THE WITCH OF WINDY HILL.
CH\PTER lll.— (Continued.) Days passed. The grave-mould lost freshness. The orphan girl got on as best she could, but life was terrible, except for the hope of seeing Ryan soon. For the story that she had been “disporting herself” at the fair, and had left her mother, to die alone, had gone like wild-fire througli the country, spread by tongues unknown. ■ : ' Everyone said they thought it but natural that the mother’s death should be out of the se«rig father’s had been so shocking y, when Mary Daly had helped' to‘ hang her father, it was not held over-surpris- s. ing that she should show* herself un-i .. natural to her mother. The first curiosity past, the , un- v ■ happy girl was shunned like the 1 and her childish ill-name was revived. Folk said : “Have you heard the of that young witch up at Windy HillJG and how she deserted her mother ? ” No living soul but Mary herself, the minister, and the sexton, was at the funeral. John McConnell’s courage failed him too : he thought bit till the storm of reproach blew over, though he knew partly how innocent a the poor girl was. a - >. However, one day he came.. .■ t But the dumb girl gave him gently to 1 understand, writing -the words on a slate she had, that she thanked him; f nevertheless, for 'a while yet," 1 ■ would ~ think it more friendly if - ; he staged away ; for she thought of Dennis Ryan's* last words : “ If you take qn witty any other young vian, if "will break my heart/” ! - " . : /O■ 1 )'J k But it was a bad time for ! the"friend~£ *- less young creature,J She knew . WjbaL _ fi was said, well; knew (even the cruel ’ epithet “the young witch of Windy Hill,” since folks thought it their to tell her. But none thought k a duty , to interpret her passionate* gestures and wretched entreating looks:' "’Son she wept till she |nd -after two days and .a* half that. fib.one idir her, they went up to the, hill-top found her lying’ alone - ih the solitary I cottage, ill in fever. , Qnf woman was found to nurse poor Mary, who meant to make her pay for it top. But hope of a ship coming home was in her heart. She recovered,, though only after tedious relapses and long stretches of illness, during which, gll her mother’s little hoarded money'wcfsi spent, and the cow had to be sold, ~c ■ , K : One spring morning she was well enough to go outside; then ! she saw . smoke curling up from the farm chimneys below. She pointed to them, her face flushed up. ; . . She asked the woman who' tended - her, plain as words, “What does it mean?” . ..... f ( “ Ryan’s home since a week,” Said ■ 1J the woman.. .■ ......... ,■ j Home since a week J and Dennis, * k 'l her lover, had never come up the lane to ask after her 1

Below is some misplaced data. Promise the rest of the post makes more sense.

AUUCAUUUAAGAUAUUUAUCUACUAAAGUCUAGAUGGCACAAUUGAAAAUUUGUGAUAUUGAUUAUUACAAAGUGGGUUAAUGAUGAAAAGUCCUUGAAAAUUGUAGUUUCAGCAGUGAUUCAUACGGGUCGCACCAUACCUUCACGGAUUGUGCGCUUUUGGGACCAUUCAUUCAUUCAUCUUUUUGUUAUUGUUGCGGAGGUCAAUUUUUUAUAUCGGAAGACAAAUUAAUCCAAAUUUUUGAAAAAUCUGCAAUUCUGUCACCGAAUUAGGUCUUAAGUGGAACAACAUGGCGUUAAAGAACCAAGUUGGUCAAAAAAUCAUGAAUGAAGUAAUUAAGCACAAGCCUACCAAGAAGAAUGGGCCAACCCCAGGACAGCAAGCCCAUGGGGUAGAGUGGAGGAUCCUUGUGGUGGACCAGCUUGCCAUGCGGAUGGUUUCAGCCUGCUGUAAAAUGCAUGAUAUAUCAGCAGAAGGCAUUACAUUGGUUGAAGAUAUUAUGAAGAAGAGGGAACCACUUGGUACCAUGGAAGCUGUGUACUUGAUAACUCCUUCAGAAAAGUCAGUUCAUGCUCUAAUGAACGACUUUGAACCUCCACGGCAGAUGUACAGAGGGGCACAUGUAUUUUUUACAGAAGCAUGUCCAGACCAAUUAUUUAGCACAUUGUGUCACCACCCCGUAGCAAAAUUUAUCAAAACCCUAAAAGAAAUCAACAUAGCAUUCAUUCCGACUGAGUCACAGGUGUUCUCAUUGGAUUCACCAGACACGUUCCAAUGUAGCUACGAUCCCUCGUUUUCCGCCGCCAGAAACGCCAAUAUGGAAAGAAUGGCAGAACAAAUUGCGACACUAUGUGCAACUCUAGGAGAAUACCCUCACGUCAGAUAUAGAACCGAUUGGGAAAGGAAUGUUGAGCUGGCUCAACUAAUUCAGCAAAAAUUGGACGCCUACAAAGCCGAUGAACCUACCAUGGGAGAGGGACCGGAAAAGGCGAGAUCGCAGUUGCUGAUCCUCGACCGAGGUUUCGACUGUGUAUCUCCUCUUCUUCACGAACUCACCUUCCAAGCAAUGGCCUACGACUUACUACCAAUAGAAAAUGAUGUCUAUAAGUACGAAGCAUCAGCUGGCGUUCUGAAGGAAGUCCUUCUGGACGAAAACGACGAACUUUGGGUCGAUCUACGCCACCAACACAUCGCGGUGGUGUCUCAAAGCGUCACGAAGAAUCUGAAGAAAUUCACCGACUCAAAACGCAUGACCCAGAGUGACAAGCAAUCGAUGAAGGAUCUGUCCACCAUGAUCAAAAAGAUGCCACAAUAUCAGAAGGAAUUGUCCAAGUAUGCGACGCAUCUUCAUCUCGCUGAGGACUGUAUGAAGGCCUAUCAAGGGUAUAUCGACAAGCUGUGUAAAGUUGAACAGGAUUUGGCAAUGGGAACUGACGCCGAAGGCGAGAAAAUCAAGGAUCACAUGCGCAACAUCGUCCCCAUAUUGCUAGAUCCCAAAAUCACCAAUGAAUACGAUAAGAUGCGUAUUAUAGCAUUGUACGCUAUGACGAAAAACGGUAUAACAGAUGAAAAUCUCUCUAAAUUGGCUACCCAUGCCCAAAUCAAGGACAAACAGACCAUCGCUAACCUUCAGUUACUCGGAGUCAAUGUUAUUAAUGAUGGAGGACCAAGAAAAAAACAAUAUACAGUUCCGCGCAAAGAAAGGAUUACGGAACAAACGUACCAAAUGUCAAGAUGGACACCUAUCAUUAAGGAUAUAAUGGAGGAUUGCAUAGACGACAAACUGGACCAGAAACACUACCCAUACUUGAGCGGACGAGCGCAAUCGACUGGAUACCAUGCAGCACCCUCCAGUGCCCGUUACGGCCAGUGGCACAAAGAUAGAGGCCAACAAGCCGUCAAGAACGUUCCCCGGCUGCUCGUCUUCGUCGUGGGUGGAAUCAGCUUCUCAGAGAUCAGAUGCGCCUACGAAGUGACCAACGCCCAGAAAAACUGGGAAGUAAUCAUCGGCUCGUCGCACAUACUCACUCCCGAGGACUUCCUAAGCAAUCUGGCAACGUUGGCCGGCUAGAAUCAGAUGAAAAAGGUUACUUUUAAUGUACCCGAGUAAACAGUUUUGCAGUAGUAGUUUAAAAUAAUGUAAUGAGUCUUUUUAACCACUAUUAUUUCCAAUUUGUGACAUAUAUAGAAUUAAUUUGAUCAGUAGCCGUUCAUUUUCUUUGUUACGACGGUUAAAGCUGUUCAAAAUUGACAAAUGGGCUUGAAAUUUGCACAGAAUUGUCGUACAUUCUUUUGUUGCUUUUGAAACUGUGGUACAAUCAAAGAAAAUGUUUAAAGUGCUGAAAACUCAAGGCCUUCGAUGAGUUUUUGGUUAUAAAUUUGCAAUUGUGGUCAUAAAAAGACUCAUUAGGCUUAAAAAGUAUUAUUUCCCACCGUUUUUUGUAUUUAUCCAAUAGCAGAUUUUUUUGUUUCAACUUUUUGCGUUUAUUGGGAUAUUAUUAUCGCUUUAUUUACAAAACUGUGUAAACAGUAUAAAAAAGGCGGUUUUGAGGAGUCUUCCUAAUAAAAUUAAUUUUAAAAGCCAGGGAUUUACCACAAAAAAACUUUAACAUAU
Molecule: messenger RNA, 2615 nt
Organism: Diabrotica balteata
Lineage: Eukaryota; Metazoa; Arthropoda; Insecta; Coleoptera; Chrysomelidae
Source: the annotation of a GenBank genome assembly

CHAPTER IV. . “ O waly waly up the bank, And waly waly down the brae, . . . And waly waly, yon burn-side, Where I and my love were wont to gae i I leant my back unto an aik,, . - -, I thought it Was d trusty'free ; But first it bow’d, 1 and syne it brak — Sae my true love did licbtly me. “Q waly waly, but love be bonny ! A little time while it is new; ' But when ’tjs ai(kl, it waseth canid, , , . And fades awa’like morning dew. . O wherefore should L busk niy head ? Or wherefore should I kame my hair ? For my true love has me forsook, And says he’ll liever lo’e me mair." _ ■' . . 3" r,| Mary Daly listened nowto'ev&y'leaf ithat rustled in the wind. Her heart * leapt wildly at, each footfall. But Dennis did not come all that day,- nor ’’ yet the next. ; Then the girl grew sick and faint in i I heart, yet would not own to herself that she was afraid,' WWtWTTOaT" Still, she crawled out : of bed; afthofcgffihardly, as yet fit to moye, for she was * almost desperate.